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Razer Phone Review – 120Hz £699 smartphone for gamers

Rating: 8.5.

After months of rumours, leaks and teasers, the Razer Phone was officially announced on Wednesday 1st November. We’ve been using the phone since then and can now present our full review – including a low-down on the 120Hz adaptive refresh-rate display and the camera — as well as overall performance. Excited? You should be.

With plenty of standout features – including that 120Hz display, big front-facing stereo speakers and a 4000mAh battery – it is fair to say Razer did not play it safe with its first mobile device, the Razer Phone. Aimed squarely at gamers, and with a £699 price tag, could this be your dream phone?

Processor Qualcomm® Snapdragon™ 835 Mobile Platform
System Memory 8GB dual channel (LPDDR4, 1600MHz)
Storage Internal: 64GB UFS

External: microSD (class 10, 2TB max.)

Display 5.72-inch IGZO LCD 1440 x 2560 – 120 Hz, Wide Color Gamut (WCG)

Corning Gorilla Glass 3

Rear Cameras 12MP AF f1.75 Wide12MP AF f2.6 Zoom


Dual tone, dual LED flash

Front Camera 8MP FF f2.0
Sound Stereo Front facing speakers

Dual Amplifiers

Audio Adapter with THX certified DAC

Power 4000 mAh lithium-ion battery

Qualcomm QuickCharge 4.0+

Wireless 802.11 a/b/g/n/ac

Bluetooth 4.2


Bands GSM: Quad-band GSM UMTS: B1/2/3/4/5/8

LTE: B1/2/3/4/5/7/8/12/17/19/20/25/26/28/29/30/66

TDD LTE: B38/39/40/41 TD-SCDMA: B34/39

Size 158.5 x 77.7 x 8 mm6.24 x 3.06 x 0.31 in


Android Version Nougat 7.1.1


Getting straight into it, let’s look at the design of the Razer Phone. All photography is handled in-house at KitGuru.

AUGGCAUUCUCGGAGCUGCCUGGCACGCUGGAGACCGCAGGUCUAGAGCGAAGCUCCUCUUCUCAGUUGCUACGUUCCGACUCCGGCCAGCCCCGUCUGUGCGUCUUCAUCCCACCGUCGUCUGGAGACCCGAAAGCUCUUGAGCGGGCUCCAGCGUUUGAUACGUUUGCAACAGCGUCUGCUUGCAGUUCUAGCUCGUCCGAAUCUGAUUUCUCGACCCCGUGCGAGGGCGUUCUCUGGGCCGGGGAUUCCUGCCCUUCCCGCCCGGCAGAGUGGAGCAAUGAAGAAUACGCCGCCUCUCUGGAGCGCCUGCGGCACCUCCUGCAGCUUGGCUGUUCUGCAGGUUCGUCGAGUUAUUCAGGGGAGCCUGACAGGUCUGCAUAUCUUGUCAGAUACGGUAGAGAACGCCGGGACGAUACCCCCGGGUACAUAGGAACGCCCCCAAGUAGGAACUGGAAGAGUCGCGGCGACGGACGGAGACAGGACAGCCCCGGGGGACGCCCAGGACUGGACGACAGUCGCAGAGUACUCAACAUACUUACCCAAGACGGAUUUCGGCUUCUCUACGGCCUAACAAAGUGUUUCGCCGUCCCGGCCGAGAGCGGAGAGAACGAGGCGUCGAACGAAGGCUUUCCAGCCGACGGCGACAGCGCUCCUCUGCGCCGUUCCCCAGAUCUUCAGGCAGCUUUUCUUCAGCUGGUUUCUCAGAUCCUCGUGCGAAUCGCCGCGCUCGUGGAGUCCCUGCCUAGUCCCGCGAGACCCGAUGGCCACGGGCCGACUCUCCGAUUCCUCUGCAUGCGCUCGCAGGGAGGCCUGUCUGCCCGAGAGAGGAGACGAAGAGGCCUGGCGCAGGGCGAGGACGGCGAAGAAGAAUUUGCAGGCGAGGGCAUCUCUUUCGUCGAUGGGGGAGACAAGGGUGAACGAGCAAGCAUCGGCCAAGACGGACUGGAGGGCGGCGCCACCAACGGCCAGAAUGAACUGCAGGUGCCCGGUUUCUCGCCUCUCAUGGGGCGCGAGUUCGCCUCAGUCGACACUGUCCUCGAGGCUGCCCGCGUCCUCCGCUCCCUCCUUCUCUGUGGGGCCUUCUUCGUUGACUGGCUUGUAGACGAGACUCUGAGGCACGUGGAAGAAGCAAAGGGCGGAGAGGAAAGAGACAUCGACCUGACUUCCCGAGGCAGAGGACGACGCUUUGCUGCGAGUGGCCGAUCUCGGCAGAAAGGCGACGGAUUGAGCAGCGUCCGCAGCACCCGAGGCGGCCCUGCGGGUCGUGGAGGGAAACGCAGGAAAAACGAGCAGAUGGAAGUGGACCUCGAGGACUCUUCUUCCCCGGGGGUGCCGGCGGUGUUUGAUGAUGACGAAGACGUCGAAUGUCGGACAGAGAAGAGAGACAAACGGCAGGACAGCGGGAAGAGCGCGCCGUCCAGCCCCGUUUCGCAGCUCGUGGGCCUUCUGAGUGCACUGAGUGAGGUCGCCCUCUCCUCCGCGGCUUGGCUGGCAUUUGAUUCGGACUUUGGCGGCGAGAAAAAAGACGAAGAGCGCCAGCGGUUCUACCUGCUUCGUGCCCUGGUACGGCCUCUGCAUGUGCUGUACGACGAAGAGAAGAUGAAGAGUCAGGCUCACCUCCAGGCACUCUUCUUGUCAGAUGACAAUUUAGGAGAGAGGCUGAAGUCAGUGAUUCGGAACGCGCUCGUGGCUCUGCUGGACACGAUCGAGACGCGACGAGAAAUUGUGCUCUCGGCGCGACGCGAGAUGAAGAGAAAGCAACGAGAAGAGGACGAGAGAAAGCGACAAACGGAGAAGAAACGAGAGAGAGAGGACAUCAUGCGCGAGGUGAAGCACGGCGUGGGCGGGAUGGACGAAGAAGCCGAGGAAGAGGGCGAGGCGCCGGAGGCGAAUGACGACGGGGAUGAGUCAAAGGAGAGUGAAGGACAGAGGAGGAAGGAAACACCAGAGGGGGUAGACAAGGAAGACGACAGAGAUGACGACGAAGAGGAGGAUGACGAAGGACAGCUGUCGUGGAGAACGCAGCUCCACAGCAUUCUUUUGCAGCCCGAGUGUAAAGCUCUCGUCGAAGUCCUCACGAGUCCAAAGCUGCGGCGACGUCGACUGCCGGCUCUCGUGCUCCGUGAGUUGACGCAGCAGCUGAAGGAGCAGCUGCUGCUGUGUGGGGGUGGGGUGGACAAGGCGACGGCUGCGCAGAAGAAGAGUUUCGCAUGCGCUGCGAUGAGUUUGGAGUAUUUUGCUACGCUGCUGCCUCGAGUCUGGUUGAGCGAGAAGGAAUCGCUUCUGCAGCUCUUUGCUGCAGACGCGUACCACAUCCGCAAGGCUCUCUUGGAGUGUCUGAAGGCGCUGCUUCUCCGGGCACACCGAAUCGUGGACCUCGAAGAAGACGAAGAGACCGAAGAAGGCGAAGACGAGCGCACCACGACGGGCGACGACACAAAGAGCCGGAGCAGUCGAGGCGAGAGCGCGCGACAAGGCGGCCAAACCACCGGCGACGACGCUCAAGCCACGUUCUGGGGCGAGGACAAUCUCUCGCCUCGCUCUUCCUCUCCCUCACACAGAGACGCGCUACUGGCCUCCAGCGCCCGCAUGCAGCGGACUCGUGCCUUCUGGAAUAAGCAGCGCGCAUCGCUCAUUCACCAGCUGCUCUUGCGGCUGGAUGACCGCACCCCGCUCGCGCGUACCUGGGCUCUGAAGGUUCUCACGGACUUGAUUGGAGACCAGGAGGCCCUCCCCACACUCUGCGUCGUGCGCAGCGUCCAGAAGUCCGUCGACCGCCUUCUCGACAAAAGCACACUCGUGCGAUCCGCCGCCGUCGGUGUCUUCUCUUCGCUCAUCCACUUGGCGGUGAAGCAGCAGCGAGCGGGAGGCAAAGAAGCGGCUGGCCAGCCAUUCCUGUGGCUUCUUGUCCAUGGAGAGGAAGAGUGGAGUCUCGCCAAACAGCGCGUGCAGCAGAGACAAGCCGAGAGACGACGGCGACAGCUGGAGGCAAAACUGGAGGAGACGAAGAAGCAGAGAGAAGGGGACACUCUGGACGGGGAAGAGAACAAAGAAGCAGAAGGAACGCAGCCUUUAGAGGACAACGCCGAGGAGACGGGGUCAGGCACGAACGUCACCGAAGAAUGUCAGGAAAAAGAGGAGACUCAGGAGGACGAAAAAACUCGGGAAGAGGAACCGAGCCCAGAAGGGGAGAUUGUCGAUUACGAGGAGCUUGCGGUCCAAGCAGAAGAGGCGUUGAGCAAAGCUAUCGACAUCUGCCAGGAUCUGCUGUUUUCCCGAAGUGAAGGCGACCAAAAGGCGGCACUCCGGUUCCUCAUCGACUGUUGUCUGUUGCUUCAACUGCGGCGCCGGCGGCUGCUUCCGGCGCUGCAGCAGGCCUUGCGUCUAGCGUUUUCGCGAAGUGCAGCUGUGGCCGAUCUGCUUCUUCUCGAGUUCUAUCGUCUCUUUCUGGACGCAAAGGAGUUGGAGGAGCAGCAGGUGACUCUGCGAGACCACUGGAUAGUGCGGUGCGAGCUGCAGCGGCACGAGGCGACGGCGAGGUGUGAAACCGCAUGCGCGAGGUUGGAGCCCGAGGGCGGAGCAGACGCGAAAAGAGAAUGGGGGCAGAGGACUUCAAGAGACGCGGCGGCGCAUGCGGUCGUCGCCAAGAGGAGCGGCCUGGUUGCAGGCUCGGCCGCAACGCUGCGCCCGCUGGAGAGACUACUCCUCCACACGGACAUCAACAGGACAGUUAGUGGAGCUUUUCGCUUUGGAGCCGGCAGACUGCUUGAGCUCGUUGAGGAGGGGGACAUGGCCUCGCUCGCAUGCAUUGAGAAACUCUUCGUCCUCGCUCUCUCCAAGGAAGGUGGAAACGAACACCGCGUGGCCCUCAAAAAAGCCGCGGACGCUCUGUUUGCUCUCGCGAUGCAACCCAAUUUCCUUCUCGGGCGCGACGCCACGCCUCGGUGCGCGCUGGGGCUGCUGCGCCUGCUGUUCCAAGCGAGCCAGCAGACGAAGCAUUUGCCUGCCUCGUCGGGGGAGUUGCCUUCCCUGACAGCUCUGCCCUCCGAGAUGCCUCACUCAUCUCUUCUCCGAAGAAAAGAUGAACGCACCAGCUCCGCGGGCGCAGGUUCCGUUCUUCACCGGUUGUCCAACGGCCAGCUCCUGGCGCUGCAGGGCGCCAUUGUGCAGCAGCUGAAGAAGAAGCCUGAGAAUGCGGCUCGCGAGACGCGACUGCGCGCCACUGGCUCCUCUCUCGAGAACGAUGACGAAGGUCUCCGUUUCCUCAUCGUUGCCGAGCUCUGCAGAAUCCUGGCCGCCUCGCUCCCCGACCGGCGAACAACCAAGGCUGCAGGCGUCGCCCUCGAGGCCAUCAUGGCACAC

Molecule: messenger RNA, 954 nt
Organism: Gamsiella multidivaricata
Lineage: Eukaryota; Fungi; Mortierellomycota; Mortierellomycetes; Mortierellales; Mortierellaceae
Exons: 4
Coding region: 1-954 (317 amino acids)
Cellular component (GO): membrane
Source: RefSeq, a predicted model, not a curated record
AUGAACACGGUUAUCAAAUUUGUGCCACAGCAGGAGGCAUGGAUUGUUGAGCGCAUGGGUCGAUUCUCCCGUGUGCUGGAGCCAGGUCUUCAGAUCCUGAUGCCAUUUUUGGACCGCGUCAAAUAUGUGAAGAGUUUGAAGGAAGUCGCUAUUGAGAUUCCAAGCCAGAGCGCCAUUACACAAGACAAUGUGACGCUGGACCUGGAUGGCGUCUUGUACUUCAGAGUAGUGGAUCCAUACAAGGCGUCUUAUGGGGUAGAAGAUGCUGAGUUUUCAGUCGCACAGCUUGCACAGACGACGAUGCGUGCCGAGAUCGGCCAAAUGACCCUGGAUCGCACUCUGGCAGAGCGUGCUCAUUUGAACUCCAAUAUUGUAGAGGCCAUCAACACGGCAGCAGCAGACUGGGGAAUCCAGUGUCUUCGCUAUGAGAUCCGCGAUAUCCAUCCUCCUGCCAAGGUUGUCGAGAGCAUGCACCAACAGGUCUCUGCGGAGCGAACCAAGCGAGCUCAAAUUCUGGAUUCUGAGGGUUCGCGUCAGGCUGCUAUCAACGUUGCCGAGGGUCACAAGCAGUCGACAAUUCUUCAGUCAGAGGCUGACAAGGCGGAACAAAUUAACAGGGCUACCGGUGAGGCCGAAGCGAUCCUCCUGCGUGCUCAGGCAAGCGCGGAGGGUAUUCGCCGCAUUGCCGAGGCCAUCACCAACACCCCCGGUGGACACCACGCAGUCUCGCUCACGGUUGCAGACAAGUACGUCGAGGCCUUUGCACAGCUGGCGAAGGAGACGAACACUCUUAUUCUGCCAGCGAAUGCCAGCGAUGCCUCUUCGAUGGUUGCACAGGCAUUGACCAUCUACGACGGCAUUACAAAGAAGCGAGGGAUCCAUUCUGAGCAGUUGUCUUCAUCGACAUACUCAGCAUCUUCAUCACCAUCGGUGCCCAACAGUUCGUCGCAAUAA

Note: if the above gallery is not displaying properly, please consider disabling your ad blocker as they are known to interfere with our display code.

Straight away, we can see the Razer Phone is dissimilar to many of 2017’s flagship phones in that it has chunky bezels and a standard 16:9 display. The chunky ‘forehead’ and ‘chin’ are there to house the phone’s front-facing stereo speakers – each of which has a dedicated amplifier. The sound is incredible for a smartphone – very loud, but clear and even slightly punchy in the low-end. I still wouldn’t do any serious listening using the in-built speakers, but for your general media consumption these are by far the best I’ve heard.

Once we look beyond the boxy design – something which is a necessity for stereo front-facing speakers – I think it becomes clear that the Razer Phone is still a thing of beauty. The matte black, CNC-machined aluminium unibody is frankly stunning, and has even been precisely designed to share the same finish as the Razer Blade laptops. It is also rock solid, with zero flex to it, while the chrome Razer logo adds some detail and interest to the back of the phone.

On the left-hand side of the device we find two volume buttons, and on the right-hand side of the phone we find the power button, which has an integrated fingerprint scanner. These are positioned lower down on the phone’s sides than is usual, and that is so when the phone is being used horizontally users don’t accidentally lock their screen or adjust the volume levels – great for mobile gaming.

The USB-C connector on the bottom edge of the phone is used for both charging and for audio purposes as there is no 3.5mm headphone jack on the Razer Phone. A adapter cable, with a 24-bit DAC certified by THX, is included. Nonetheless, there is definitely room for the headphone jack on the bottom edge, and considering the Razer Phone is definitely geared towards gamers and multimedia consumers, I think this is definitely a black mark against the phone.

Lastly, on the back of the phone we find the dual cameras – both are 12MP but one is a wide-angle f/1.75 lens, while the other is a f/2.6 zoom lens. The front-facing selfie camera is 8MP.


Moving onto the 5.7-inch display, the big point of interest here is the 120Hz adaptive refresh-rate feature called UltraMotion. However, before getting to that, I want to touch on the quality panel itself, high refresh-rate aside.

Made by Sharp, this is actually an IGZO IPS panel which delivers vibrant colours and excellent viewing angles. Blacks are about as inky as it gets when using an LCD panel, although it is obviously not at quite the same level as an OLED panel.

I did notice a warmish hue to the display, though, which is especially evident when looking at white backgrounds or reading text-based apps like the news. It is not unpleasant but it is noticeable.